UNCLOS has failed to address China’s interests | Sunday Observer

UNCLOS has failed to address China’s interests

8 November, 2020

Many Moons ago, two of the grouping the US Quad: the US, India, Japan and Australia formulated a Report “The Indian Ocean Region: Security, Stability, and Sustainability, over a series of meetings in Melbourne. The report argued that these two countries should take the lead role in developing regional security agendas. The report argues that China should be an integral part of the Indian Ocean of a new Indian Ocean strategic order to maximise long-term regional security.

The report calls for Beijing to recognise India’s legitimate role in the Pacific Ocean security, just as India would recognise Beijing’s role in the Indian Ocean. The country where this report found its origins argues that this arrangement could avoid the danger of having to choose between Indian and Chinese security needs.

Hidden tower

The report highlights that the US, India and China are involved in a three-way contest for influence in the IOR, and China mainly seems to use aid as a weapon of influence.

The report said that the Indian Ocean security systems are under-developed, which brings UNCLOS into the picture having failed to address China’s interests in the China Seas, but the main theme of the report is to integrate the Indian Ocean and Pacific Oceans into the “New Indo-Pacific region” concept.

The report’s concept relies on the key role of Sea Lane Trade Routes from the Persian Gulf through the Indian Ocean around to the East Asian trade routes of the Pacific Ocean, and considers those routes as a united strategic entity “that constitutes the Indo-Pacific”.

The grand strategic issues also need to include the main players in a way that respects China’s interest and recognise the Sea Lanes as a “common good” of the Asia Pacific Region whose paramount security need essentially is energy.

The writer, being a Global Petroleum Analyst domiciled in Australia for the past 35 years, sees the collateral damage done to my host country because of being aligned to a group formed to curb the assertiveness of a rising star in the Pacific Region that is challenging the incumbent sole superpower that in all fairness is also answerable for the lapse on the part of UNCLOS which in turn has failed to address China’s legitimate concerns in the busy criss-crossing and turbulent seas of the Indo-Pacific Region.

China, the most important player in the Asia Pacific region, is also taking the lead role as its growth enginewhich, one time, was the role of the now exhausted sole superpower, the US, which has since the arrival of its new President Trump, lost interest in the Indo-Pacific Region when on the first day of assuming office on January 20, 2016 saw that the Trans Pacific Partnership (TPP) Agreement disposed into the bin and two of its partners in this Quad: Japan and Australia that spent all their energies of getting the TPP together even burning the midnight oil so to say specially Australia which was then holding the two-year Chair of IOR-ARCnot doing anything of significance for the latter probably because of the TPP’s importance being the one that mattered, and Japan who was to gain most from the TPP. It would have been even the last straw of Japan’s former PM Abe, who envisaged that it was to be their much needed salvation.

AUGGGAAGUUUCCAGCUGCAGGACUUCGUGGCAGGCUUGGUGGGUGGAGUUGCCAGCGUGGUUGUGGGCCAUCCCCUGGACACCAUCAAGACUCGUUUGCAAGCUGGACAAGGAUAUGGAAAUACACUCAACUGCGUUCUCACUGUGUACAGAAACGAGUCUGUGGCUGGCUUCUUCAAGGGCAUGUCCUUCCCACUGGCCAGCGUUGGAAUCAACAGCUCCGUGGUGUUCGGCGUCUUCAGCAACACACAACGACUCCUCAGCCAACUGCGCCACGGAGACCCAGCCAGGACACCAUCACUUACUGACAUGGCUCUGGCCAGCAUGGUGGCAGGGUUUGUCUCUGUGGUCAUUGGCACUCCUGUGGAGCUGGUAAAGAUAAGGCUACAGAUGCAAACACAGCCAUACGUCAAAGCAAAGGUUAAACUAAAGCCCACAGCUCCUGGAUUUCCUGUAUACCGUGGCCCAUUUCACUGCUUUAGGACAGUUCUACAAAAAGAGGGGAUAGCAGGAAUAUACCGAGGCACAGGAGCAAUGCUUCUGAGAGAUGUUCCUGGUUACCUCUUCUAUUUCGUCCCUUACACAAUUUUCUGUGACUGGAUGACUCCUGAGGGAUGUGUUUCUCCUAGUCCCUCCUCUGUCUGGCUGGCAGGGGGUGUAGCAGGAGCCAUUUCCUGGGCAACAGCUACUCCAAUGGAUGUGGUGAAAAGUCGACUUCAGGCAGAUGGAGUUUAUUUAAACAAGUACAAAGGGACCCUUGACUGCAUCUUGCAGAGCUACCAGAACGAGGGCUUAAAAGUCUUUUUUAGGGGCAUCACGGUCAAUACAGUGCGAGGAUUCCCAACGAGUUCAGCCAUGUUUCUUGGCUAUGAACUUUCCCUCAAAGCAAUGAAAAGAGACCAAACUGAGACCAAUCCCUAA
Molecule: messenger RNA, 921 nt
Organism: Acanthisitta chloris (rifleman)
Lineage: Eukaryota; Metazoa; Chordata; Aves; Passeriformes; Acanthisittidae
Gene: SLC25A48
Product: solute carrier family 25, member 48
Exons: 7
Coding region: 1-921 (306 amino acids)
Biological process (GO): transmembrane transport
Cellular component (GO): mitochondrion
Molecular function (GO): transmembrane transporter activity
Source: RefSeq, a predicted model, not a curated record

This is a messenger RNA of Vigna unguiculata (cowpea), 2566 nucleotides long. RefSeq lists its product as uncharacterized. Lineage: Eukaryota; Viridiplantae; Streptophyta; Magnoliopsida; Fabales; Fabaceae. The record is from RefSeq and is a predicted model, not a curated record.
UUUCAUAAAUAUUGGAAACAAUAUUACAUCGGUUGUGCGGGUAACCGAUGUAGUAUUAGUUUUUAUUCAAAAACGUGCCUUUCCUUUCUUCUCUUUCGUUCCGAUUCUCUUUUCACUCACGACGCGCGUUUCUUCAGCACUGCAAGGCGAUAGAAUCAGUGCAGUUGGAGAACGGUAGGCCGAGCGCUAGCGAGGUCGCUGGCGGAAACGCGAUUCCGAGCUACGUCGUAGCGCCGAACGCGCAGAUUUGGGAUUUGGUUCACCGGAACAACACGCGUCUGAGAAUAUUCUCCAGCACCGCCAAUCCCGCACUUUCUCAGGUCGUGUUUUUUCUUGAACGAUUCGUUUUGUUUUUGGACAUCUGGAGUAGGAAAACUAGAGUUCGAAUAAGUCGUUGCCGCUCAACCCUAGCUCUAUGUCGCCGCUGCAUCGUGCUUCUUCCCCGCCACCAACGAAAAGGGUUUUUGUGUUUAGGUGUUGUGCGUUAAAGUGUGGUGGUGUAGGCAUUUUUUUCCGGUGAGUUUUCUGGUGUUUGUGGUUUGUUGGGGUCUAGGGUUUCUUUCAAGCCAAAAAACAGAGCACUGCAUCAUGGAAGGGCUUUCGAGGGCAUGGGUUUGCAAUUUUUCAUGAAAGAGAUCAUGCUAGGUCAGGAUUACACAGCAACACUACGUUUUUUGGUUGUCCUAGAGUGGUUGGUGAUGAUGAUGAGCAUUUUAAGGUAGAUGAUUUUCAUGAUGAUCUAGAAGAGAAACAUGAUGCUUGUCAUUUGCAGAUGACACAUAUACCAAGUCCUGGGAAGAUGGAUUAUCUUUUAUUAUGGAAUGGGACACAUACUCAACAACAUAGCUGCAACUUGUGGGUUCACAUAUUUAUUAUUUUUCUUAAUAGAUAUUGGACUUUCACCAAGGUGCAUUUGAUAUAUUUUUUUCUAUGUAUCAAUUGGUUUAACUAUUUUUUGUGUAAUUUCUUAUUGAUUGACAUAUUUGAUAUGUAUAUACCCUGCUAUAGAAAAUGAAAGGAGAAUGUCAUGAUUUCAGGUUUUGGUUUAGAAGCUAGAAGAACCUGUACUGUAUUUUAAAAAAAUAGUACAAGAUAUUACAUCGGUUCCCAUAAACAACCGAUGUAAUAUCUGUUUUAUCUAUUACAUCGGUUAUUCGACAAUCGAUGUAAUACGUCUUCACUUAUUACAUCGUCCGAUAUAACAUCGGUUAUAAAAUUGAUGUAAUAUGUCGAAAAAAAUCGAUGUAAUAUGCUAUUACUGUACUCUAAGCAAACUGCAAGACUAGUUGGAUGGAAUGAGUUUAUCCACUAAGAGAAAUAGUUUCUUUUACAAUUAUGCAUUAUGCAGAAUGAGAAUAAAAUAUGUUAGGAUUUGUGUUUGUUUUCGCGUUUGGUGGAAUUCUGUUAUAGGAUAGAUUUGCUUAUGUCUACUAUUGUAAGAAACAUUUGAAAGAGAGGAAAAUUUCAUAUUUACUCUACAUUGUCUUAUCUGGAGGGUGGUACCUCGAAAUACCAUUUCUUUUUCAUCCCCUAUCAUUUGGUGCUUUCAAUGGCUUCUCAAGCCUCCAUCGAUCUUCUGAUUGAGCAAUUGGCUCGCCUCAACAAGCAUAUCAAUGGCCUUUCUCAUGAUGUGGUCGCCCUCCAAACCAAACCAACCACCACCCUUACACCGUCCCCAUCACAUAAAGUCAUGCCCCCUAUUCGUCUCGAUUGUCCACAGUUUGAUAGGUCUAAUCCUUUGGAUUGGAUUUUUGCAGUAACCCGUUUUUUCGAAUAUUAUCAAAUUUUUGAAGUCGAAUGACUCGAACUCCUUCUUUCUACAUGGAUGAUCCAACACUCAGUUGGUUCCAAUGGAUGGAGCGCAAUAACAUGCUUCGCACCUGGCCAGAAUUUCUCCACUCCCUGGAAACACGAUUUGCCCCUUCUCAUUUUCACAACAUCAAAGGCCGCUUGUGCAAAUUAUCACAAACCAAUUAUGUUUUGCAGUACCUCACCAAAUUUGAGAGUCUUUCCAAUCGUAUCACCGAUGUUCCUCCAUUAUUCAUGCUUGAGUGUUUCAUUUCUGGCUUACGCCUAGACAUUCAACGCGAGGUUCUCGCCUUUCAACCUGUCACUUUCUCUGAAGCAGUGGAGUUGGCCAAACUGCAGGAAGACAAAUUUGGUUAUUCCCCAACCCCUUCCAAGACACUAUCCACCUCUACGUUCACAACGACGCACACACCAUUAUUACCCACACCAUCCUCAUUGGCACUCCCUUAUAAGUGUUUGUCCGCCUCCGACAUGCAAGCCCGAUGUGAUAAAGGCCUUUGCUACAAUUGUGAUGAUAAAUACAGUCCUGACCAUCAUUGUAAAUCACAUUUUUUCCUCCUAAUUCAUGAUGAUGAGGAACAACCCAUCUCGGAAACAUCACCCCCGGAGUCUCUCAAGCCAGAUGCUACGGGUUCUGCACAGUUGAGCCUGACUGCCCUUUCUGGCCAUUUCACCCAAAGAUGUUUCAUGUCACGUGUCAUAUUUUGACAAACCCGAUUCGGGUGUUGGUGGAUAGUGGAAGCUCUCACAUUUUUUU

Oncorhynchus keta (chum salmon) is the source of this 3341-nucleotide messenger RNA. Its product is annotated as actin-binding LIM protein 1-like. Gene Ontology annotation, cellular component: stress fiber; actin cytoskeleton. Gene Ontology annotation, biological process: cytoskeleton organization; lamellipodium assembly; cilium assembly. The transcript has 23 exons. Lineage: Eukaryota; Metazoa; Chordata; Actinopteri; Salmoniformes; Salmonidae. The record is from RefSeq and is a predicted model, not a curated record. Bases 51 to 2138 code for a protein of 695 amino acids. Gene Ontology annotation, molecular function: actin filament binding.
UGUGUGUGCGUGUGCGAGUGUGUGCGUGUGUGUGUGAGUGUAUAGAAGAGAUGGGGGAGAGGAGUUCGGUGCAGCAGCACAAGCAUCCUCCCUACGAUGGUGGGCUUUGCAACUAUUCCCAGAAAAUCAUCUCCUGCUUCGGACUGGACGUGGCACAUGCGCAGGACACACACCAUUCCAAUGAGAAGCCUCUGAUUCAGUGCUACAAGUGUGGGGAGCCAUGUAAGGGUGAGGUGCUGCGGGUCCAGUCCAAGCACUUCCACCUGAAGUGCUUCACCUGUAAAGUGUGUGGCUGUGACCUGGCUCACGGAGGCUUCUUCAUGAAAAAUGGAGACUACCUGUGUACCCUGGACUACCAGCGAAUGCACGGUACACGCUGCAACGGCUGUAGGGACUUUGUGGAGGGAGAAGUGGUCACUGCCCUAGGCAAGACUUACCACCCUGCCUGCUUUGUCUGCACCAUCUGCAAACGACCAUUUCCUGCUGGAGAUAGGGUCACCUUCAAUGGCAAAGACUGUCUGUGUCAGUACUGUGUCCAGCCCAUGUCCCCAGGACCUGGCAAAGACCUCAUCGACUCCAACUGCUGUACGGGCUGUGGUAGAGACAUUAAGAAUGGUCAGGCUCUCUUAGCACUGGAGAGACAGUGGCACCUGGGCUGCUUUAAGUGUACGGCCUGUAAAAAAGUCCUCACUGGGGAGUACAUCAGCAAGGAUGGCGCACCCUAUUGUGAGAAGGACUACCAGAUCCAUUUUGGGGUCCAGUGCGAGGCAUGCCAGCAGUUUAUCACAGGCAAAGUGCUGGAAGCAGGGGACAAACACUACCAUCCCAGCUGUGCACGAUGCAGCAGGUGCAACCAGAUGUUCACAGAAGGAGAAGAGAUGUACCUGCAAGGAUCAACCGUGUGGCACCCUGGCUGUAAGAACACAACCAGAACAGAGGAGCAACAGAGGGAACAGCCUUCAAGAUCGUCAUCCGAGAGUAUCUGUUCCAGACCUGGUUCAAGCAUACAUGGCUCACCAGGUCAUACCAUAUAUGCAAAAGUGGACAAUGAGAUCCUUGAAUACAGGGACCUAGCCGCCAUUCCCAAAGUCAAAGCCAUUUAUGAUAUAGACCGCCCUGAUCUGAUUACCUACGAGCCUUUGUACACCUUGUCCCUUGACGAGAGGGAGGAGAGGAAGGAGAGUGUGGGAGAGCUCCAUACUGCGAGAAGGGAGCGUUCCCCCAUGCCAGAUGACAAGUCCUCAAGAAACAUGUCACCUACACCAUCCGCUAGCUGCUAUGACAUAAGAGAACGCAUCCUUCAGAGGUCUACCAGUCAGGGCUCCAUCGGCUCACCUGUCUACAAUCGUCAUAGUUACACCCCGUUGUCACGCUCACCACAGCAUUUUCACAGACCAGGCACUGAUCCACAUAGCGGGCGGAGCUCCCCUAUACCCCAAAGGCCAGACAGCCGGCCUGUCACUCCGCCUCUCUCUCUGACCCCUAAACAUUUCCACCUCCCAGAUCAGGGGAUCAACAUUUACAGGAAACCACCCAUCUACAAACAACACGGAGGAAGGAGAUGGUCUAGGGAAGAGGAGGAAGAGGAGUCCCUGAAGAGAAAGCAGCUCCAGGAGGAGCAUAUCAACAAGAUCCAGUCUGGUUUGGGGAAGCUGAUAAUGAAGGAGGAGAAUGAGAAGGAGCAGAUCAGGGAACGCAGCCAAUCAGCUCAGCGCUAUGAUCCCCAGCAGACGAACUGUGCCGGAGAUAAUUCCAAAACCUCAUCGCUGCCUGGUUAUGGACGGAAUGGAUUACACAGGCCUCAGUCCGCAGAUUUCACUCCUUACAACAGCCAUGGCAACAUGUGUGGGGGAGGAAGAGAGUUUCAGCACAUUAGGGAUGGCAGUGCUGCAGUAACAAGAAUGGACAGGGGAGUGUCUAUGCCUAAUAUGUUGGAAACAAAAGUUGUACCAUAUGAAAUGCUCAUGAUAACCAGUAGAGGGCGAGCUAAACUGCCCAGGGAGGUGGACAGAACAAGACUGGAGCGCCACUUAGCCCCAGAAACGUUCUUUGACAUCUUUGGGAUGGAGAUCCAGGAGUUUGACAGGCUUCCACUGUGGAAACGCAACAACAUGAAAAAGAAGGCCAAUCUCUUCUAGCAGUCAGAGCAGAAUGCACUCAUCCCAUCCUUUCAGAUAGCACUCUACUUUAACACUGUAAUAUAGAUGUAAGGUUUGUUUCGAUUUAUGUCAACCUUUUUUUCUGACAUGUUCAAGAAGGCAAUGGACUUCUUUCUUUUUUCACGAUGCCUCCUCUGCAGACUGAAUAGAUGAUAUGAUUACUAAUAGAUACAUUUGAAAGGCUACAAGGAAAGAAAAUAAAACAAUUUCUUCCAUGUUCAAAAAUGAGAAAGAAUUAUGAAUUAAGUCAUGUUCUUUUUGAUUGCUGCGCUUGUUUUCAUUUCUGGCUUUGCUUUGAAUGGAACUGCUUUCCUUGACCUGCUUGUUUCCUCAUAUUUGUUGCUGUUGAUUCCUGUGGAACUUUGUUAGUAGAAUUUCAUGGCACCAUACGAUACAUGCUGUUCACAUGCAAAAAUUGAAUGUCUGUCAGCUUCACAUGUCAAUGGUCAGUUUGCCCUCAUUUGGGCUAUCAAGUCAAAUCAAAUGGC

Code of Conduct

Of course, President Trump’s main election platform was ‘America First’ which he has steadfastly stood by, and that we could understand, especially after one important lesson of Covid-19 that no person or country has been spared in its deadly wake, and therefore, it is time to stop nit-picking and close ranks for the sake of humanity.

It is up to bodies, such as UNCLOS to put in place a “Code of Conduct” that has been talked about only but not put into a set of rules based statute, instead of accusing of unruly behaviour by China not under any sort of fiduciary type rules and exposed to what one might think to be the “Law of the Jungle” like it was before the Truman Proclamations after WWW in 1945 and the final UNCLOS (Three) in 1982 chaired by Sri Lanka’s respected UN Diplomat the late Shirley Amerasinghawho saw it put into statute, but UNCLOS has not seen any reforms since to meet the challenges of the 21st Century in the Asia Pacific which is a terrible lapse on its part when we now see that a sleeping lion like China who Napoleon Bonaparte once said was not to be awakened as he warned that it will ‘Rock the World’ in its wake.

Without a “Code of Conduct” in place, any unwarranted behaviour or damage done would be a collective responsibility of those who are also China’s adversaries like the ones in the Quad.